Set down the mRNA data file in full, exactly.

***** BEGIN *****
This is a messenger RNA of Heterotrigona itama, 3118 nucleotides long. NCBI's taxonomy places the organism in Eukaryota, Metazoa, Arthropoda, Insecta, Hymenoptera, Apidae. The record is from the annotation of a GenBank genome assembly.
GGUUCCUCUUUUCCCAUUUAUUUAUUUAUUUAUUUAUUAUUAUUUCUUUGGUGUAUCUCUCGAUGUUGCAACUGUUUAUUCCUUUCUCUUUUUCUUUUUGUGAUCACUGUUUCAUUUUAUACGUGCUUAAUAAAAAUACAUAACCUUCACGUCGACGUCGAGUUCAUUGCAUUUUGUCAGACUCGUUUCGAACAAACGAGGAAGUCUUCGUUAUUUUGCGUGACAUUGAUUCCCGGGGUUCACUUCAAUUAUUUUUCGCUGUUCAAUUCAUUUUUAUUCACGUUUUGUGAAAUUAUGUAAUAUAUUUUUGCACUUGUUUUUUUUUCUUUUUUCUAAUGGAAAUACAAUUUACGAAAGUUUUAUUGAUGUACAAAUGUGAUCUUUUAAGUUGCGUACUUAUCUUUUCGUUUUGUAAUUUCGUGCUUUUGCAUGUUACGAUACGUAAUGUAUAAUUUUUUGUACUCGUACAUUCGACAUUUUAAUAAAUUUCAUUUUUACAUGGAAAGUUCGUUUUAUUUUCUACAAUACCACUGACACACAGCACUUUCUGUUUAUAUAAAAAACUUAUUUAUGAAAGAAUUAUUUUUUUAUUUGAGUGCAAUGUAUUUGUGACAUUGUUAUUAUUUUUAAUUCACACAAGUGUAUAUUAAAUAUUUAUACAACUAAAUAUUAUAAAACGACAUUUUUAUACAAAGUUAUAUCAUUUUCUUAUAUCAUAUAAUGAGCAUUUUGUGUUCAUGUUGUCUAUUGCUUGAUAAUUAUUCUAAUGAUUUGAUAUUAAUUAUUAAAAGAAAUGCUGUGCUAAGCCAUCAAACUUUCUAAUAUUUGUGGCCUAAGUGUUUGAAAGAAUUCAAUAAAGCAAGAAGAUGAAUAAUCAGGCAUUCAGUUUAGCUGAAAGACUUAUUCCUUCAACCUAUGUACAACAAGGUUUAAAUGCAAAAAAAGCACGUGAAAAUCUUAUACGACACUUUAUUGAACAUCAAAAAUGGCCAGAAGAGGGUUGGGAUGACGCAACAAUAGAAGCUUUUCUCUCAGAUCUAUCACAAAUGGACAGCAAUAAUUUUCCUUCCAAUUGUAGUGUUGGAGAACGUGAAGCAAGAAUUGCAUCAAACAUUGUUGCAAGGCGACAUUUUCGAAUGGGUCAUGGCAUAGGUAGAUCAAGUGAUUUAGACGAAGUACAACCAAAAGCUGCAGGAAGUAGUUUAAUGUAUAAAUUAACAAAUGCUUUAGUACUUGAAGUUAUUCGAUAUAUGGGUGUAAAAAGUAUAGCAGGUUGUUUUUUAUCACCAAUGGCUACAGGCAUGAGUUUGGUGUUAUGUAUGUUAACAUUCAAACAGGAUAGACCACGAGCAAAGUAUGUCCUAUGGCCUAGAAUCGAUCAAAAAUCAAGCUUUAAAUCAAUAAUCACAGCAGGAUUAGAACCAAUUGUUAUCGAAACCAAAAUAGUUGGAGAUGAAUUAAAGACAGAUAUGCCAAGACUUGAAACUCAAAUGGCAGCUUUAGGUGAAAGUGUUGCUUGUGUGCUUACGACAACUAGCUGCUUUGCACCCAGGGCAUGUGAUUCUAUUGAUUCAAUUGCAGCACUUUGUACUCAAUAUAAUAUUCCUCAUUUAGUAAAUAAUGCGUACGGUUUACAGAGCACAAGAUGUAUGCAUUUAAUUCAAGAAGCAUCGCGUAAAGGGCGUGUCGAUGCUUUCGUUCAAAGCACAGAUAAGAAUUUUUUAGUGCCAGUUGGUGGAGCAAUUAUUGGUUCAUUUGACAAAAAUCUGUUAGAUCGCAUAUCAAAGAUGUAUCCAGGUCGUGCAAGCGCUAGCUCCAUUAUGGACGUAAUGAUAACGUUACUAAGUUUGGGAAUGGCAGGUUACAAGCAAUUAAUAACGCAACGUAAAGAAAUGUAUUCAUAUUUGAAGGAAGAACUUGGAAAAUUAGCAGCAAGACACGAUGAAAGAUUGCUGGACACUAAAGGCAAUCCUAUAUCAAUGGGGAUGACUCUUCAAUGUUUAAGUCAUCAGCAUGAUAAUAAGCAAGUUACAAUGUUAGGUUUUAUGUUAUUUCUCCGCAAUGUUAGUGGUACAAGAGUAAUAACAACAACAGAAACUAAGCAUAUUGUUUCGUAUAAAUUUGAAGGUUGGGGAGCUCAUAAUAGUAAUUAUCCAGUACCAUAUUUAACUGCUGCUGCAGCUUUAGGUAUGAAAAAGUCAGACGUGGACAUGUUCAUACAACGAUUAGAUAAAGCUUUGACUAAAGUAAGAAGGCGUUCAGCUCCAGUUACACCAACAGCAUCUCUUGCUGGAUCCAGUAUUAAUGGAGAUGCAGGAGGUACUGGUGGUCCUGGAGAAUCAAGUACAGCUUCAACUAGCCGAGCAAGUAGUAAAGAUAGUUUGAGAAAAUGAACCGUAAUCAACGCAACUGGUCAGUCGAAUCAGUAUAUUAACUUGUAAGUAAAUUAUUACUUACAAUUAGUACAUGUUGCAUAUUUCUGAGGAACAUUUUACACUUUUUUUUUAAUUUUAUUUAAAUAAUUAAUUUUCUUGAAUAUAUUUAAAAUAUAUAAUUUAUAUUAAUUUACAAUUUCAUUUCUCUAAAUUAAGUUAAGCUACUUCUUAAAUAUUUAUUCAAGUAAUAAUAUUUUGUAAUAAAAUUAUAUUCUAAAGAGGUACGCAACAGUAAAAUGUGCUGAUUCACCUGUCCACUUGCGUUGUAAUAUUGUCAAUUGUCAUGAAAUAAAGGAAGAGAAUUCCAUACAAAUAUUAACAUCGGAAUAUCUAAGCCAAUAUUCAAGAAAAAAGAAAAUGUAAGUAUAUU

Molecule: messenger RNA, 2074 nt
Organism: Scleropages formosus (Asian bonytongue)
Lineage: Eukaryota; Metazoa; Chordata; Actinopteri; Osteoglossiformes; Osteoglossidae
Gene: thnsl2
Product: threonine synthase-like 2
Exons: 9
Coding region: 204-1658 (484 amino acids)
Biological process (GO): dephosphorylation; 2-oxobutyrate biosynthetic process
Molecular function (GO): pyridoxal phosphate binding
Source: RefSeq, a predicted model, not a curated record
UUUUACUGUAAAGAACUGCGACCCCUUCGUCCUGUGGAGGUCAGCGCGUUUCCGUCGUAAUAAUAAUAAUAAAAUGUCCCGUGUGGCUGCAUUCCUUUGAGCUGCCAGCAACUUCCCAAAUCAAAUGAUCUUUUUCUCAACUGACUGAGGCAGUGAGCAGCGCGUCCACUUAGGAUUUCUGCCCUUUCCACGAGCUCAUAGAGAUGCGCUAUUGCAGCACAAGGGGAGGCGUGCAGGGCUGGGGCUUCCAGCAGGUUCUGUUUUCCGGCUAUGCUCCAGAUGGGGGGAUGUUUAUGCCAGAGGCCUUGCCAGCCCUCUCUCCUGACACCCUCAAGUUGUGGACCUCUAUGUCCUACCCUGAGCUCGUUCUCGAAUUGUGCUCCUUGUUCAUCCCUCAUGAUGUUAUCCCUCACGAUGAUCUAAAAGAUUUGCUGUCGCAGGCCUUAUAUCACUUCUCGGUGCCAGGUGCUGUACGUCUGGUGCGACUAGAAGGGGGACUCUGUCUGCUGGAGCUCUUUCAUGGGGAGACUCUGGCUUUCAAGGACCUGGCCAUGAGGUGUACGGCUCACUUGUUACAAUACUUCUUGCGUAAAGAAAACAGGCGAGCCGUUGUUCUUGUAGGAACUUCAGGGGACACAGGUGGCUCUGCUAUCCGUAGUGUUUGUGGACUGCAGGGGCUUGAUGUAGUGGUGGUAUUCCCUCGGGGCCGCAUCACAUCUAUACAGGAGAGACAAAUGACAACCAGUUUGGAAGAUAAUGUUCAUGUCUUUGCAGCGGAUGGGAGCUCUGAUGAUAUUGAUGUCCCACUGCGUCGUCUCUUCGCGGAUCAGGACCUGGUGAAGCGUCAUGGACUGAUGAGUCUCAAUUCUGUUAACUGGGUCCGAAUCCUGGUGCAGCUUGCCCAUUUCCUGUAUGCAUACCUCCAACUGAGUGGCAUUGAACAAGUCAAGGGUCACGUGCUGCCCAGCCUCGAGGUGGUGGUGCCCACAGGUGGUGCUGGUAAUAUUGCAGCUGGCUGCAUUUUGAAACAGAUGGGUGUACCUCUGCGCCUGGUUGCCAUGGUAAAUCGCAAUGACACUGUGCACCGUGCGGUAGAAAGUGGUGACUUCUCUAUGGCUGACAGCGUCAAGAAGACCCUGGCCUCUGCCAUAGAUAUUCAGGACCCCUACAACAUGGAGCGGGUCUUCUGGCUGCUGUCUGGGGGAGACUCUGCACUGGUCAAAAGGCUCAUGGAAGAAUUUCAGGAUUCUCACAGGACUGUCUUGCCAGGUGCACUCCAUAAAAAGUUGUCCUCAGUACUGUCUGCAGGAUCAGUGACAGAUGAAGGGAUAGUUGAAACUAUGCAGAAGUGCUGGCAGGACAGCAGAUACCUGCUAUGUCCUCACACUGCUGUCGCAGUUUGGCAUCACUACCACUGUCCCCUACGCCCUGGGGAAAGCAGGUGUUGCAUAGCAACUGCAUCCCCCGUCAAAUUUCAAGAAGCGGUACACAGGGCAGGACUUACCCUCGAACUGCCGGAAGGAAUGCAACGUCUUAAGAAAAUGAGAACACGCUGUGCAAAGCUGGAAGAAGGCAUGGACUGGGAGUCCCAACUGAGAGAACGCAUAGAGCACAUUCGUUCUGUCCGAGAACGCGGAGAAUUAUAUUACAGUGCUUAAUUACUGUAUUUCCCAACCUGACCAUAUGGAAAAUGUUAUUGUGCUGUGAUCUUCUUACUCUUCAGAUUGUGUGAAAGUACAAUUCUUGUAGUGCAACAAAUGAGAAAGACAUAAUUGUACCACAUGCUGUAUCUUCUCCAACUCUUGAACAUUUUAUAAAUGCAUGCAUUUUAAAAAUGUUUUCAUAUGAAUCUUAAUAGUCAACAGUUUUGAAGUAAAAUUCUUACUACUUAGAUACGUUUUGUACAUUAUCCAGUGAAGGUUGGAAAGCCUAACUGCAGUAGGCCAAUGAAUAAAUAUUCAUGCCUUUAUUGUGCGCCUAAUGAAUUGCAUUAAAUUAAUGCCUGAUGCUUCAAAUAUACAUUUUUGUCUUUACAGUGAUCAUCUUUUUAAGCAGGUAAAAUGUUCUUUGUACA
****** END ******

This is a messenger RNA of Heterotrigona itama, 3118 nucleotides long. NCBI's taxonomy places the organism in Eukaryota, Metazoa, Arthropoda, Insecta, Hymenoptera, Apidae. The record is from the annotation of a GenBank genome assembly.
GGUUCCUCUUUUCCCAUUUAUUUAUUUAUUUAUUUAUUAUUAUUUCUUUGGUGUAUCUCUCGAUGUUGCAACUGUUUAUUCCUUUCUCUUUUUCUUUUUGUGAUCACUGUUUCAUUUUAUACGUGCUUAAUAAAAAUACAUAACCUUCACGUCGACGUCGAGUUCAUUGCAUUUUGUCAGACUCGUUUCGAACAAACGAGGAAGUCUUCGUUAUUUUGCGUGACAUUGAUUCCCGGGGUUCACUUCAAUUAUUUUUCGCUGUUCAAUUCAUUUUUAUUCACGUUUUGUGAAAUUAUGUAAUAUAUUUUUGCACUUGUUUUUUUUUCUUUUUUCUAAUGGAAAUACAAUUUACGAAAGUUUUAUUGAUGUACAAAUGUGAUCUUUUAAGUUGCGUACUUAUCUUUUCGUUUUGUAAUUUCGUGCUUUUGCAUGUUACGAUACGUAAUGUAUAAUUUUUUGUACUCGUACAUUCGACAUUUUAAUAAAUUUCAUUUUUACAUGGAAAGUUCGUUUUAUUUUCUACAAUACCACUGACACACAGCACUUUCUGUUUAUAUAAAAAACUUAUUUAUGAAAGAAUUAUUUUUUUAUUUGAGUGCAAUGUAUUUGUGACAUUGUUAUUAUUUUUAAUUCACACAAGUGUAUAUUAAAUAUUUAUACAACUAAAUAUUAUAAAACGACAUUUUUAUACAAAGUUAUAUCAUUUUCUUAUAUCAUAUAAUGAGCAUUUUGUGUUCAUGUUGUCUAUUGCUUGAUAAUUAUUCUAAUGAUUUGAUAUUAAUUAUUAAAAGAAAUGCUGUGCUAAGCCAUCAAACUUUCUAAUAUUUGUGGCCUAAGUGUUUGAAAGAAUUCAAUAAAGCAAGAAGAUGAAUAAUCAGGCAUUCAGUUUAGCUGAAAGACUUAUUCCUUCAACCUAUGUACAACAAGGUUUAAAUGCAAAAAAAGCACGUGAAAAUCUUAUACGACACUUUAUUGAACAUCAAAAAUGGCCAGAAGAGGGUUGGGAUGACGCAACAAUAGAAGCUUUUCUCUCAGAUCUAUCACAAAUGGACAGCAAUAAUUUUCCUUCCAAUUGUAGUGUUGGAGAACGUGAAGCAAGAAUUGCAUCAAACAUUGUUGCAAGGCGACAUUUUCGAAUGGGUCAUGGCAUAGGUAGAUCAAGUGAUUUAGACGAAGUACAACCAAAAGCUGCAGGAAGUAGUUUAAUGUAUAAAUUAACAAAUGCUUUAGUACUUGAAGUUAUUCGAUAUAUGGGUGUAAAAAGUAUAGCAGGUUGUUUUUUAUCACCAAUGGCUACAGGCAUGAGUUUGGUGUUAUGUAUGUUAACAUUCAAACAGGAUAGACCACGAGCAAAGUAUGUCCUAUGGCCUAGAAUCGAUCAAAAAUCAAGCUUUAAAUCAAUAAUCACAGCAGGAUUAGAACCAAUUGUUAUCGAAACCAAAAUAGUUGGAGAUGAAUUAAAGACAGAUAUGCCAAGACUUGAAACUCAAAUGGCAGCUUUAGGUGAAAGUGUUGCUUGUGUGCUUACGACAACUAGCUGCUUUGCACCCAGGGCAUGUGAUUCUAUUGAUUCAAUUGCAGCACUUUGUACUCAAUAUAAUAUUCCUCAUUUAGUAAAUAAUGCGUACGGUUUACAGAGCACAAGAUGUAUGCAUUUAAUUCAAGAAGCAUCGCGUAAAGGGCGUGUCGAUGCUUUCGUUCAAAGCACAGAUAAGAAUUUUUUAGUGCCAGUUGGUGGAGCAAUUAUUGGUUCAUUUGACAAAAAUCUGUUAGAUCGCAUAUCAAAGAUGUAUCCAGGUCGUGCAAGCGCUAGCUCCAUUAUGGACGUAAUGAUAACGUUACUAAGUUUGGGAAUGGCAGGUUACAAGCAAUUAAUAACGCAACGUAAAGAAAUGUAUUCAUAUUUGAAGGAAGAACUUGGAAAAUUAGCAGCAAGACACGAUGAAAGAUUGCUGGACACUAAAGGCAAUCCUAUAUCAAUGGGGAUGACUCUUCAAUGUUUAAGUCAUCAGCAUGAUAAUAAGCAAGUUACAAUGUUAGGUUUUAUGUUAUUUCUCCGCAAUGUUAGUGGUACAAGAGUAAUAACAACAACAGAAACUAAGCAUAUUGUUUCGUAUAAAUUUGAAGGUUGGGGAGCUCAUAAUAGUAAUUAUCCAGUACCAUAUUUAACUGCUGCUGCAGCUUUAGGUAUGAAAAAGUCAGACGUGGACAUGUUCAUACAACGAUUAGAUAAAGCUUUGACUAAAGUAAGAAGGCGUUCAGCUCCAGUUACACCAACAGCAUCUCUUGCUGGAUCCAGUAUUAAUGGAGAUGCAGGAGGUACUGGUGGUCCUGGAGAAUCAAGUACAGCUUCAACUAGCCGAGCAAGUAGUAAAGAUAGUUUGAGAAAAUGAACCGUAAUCAACGCAACUGGUCAGUCGAAUCAGUAUAUUAACUUGUAAGUAAAUUAUUACUUACAAUUAGUACAUGUUGCAUAUUUCUGAGGAACAUUUUACACUUUUUUUUUAAUUUUAUUUAAAUAAUUAAUUUUCUUGAAUAUAUUUAAAAUAUAUAAUUUAUAUUAAUUUACAAUUUCAUUUCUCUAAAUUAAGUUAAGCUACUUCUUAAAUAUUUAUUCAAGUAAUAAUAUUUUGUAAUAAAAUUAUAUUCUAAAGAGGUACGCAACAGUAAAAUGUGCUGAUUCACCUGUCCACUUGCGUUGUAAUAUUGUCAAUUGUCAUGAAAUAAAGGAAGAGAAUUCCAUACAAAUAUUAACAUCGGAAUAUCUAAGCCAAUAUUCAAGAAAAAAGAAAAUGUAAGUAUAUU

Molecule: messenger RNA, 2074 nt
Organism: Scleropages formosus (Asian bonytongue)
Lineage: Eukaryota; Metazoa; Chordata; Actinopteri; Osteoglossiformes; Osteoglossidae
Gene: thnsl2
Product: threonine synthase-like 2
Exons: 9
Coding region: 204-1658 (484 amino acids)
Biological process (GO): dephosphorylation; 2-oxobutyrate biosynthetic process
Molecular function (GO): pyridoxal phosphate binding
Source: RefSeq, a predicted model, not a curated record
UUUUACUGUAAAGAACUGCGACCCCUUCGUCCUGUGGAGGUCAGCGCGUUUCCGUCGUAAUAAUAAUAAUAAAAUGUCCCGUGUGGCUGCAUUCCUUUGAGCUGCCAGCAACUUCCCAAAUCAAAUGAUCUUUUUCUCAACUGACUGAGGCAGUGAGCAGCGCGUCCACUUAGGAUUUCUGCCCUUUCCACGAGCUCAUAGAGAUGCGCUAUUGCAGCACAAGGGGAGGCGUGCAGGGCUGGGGCUUCCAGCAGGUUCUGUUUUCCGGCUAUGCUCCAGAUGGGGGGAUGUUUAUGCCAGAGGCCUUGCCAGCCCUCUCUCCUGACACCCUCAAGUUGUGGACCUCUAUGUCCUACCCUGAGCUCGUUCUCGAAUUGUGCUCCUUGUUCAUCCCUCAUGAUGUUAUCCCUCACGAUGAUCUAAAAGAUUUGCUGUCGCAGGCCUUAUAUCACUUCUCGGUGCCAGGUGCUGUACGUCUGGUGCGACUAGAAGGGGGACUCUGUCUGCUGGAGCUCUUUCAUGGGGAGACUCUGGCUUUCAAGGACCUGGCCAUGAGGUGUACGGCUCACUUGUUACAAUACUUCUUGCGUAAAGAAAACAGGCGAGCCGUUGUUCUUGUAGGAACUUCAGGGGACACAGGUGGCUCUGCUAUCCGUAGUGUUUGUGGACUGCAGGGGCUUGAUGUAGUGGUGGUAUUCCCUCGGGGCCGCAUCACAUCUAUACAGGAGAGACAAAUGACAACCAGUUUGGAAGAUAAUGUUCAUGUCUUUGCAGCGGAUGGGAGCUCUGAUGAUAUUGAUGUCCCACUGCGUCGUCUCUUCGCGGAUCAGGACCUGGUGAAGCGUCAUGGACUGAUGAGUCUCAAUUCUGUUAACUGGGUCCGAAUCCUGGUGCAGCUUGCCCAUUUCCUGUAUGCAUACCUCCAACUGAGUGGCAUUGAACAAGUCAAGGGUCACGUGCUGCCCAGCCUCGAGGUGGUGGUGCCCACAGGUGGUGCUGGUAAUAUUGCAGCUGGCUGCAUUUUGAAACAGAUGGGUGUACCUCUGCGCCUGGUUGCCAUGGUAAAUCGCAAUGACACUGUGCACCGUGCGGUAGAAAGUGGUGACUUCUCUAUGGCUGACAGCGUCAAGAAGACCCUGGCCUCUGCCAUAGAUAUUCAGGACCCCUACAACAUGGAGCGGGUCUUCUGGCUGCUGUCUGGGGGAGACUCUGCACUGGUCAAAAGGCUCAUGGAAGAAUUUCAGGAUUCUCACAGGACUGUCUUGCCAGGUGCACUCCAUAAAAAGUUGUCCUCAGUACUGUCUGCAGGAUCAGUGACAGAUGAAGGGAUAGUUGAAACUAUGCAGAAGUGCUGGCAGGACAGCAGAUACCUGCUAUGUCCUCACACUGCUGUCGCAGUUUGGCAUCACUACCACUGUCCCCUACGCCCUGGGGAAAGCAGGUGUUGCAUAGCAACUGCAUCCCCCGUCAAAUUUCAAGAAGCGGUACACAGGGCAGGACUUACCCUCGAACUGCCGGAAGGAAUGCAACGUCUUAAGAAAAUGAGAACACGCUGUGCAAAGCUGGAAGAAGGCAUGGACUGGGAGUCCCAACUGAGAGAACGCAUAGAGCACAUUCGUUCUGUCCGAGAACGCGGAGAAUUAUAUUACAGUGCUUAAUUACUGUAUUUCCCAACCUGACCAUAUGGAAAAUGUUAUUGUGCUGUGAUCUUCUUACUCUUCAGAUUGUGUGAAAGUACAAUUCUUGUAGUGCAACAAAUGAGAAAGACAUAAUUGUACCACAUGCUGUAUCUUCUCCAACUCUUGAACAUUUUAUAAAUGCAUGCAUUUUAAAAAUGUUUUCAUAUGAAUCUUAAUAGUCAACAGUUUUGAAGUAAAAUUCUUACUACUUAGAUACGUUUUGUACAUUAUCCAGUGAAGGUUGGAAAGCCUAACUGCAGUAGGCCAAUGAAUAAAUAUUCAUGCCUUUAUUGUGCGCCUAAUGAAUUGCAUUAAAUUAAUGCCUGAUGCUUCAAAUAUACAUUUUUGUCUUUACAGUGAUCAUCUUUUUAAGCAGGUAAAAUGUUCUUUGUACA